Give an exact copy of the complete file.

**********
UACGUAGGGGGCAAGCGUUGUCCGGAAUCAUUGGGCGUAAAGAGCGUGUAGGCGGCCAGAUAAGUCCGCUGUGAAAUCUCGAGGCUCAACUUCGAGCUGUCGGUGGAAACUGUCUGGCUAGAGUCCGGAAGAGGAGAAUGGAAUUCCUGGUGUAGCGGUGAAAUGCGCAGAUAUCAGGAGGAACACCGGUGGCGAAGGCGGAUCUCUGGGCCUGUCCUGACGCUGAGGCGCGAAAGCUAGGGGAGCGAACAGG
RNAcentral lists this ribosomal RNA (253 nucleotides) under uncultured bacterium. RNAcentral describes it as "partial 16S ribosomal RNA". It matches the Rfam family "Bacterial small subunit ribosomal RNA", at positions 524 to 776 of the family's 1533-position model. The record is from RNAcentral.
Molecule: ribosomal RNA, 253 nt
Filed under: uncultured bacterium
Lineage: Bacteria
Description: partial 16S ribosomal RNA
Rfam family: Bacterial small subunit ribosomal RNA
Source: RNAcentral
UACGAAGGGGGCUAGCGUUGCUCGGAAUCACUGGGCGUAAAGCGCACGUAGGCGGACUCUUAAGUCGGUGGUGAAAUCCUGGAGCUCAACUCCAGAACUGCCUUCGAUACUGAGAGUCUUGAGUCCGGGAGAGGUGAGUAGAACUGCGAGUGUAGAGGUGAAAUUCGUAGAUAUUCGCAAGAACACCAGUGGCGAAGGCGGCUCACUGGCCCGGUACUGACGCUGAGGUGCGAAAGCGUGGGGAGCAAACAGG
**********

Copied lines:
UACGUAGGGGGCAAGCGUUGUCCGGAAUCAUUGGGCGUAAAGAGCGUGUAGGCGGCCAGAUAAGUCCGCUGUGAAAUCUCGAGGCUCAACUUCGAGCUGUCGGUGGAAACUGUCUGGCUAGAGUCCGGAAGAGGAGAAUGGAAUUCCUGGUGUAGCGGUGAAAUGCGCAGAUAUCAGGAGGAACACCGGUGGCGAAGGCGGAUCUCUGGGCCUGUCCUGACGCUGAGGCGCGAAAGCUAGGGGAGCGAACAGG
RNAcentral lists this ribosomal RNA (253 nucleotides) under uncultured bacterium. RNAcentral describes it as "partial 16S ribosomal RNA". It matches the Rfam family "Bacterial small subunit ribosomal RNA", at positions 524 to 776 of the family's 1533-position model. The record is from RNAcentral.
Molecule: ribosomal RNA, 253 nt
Filed under: uncultured bacterium
Lineage: Bacteria
Description: partial 16S ribosomal RNA
Rfam family: Bacterial small subunit ribosomal RNA
Source: RNAcentral
UACGAAGGGGGCUAGCGUUGCUCGGAAUCACUGGGCGUAAAGCGCACGUAGGCGGACUCUUAAGUCGGUGGUGAAAUCCUGGAGCUCAACUCCAGAACUGCCUUCGAUACUGAGAGUCUUGAGUCCGGGAGAGGUGAGUAGAACUGCGAGUGUAGAGGUGAAAUUCGUAGAUAUUCGCAAGAACACCAGUGGCGAAGGCGGCUCACUGGCCCGGUACUGACGCUGAGGUGCGAAAGCGUGGGGAGCAAACAGG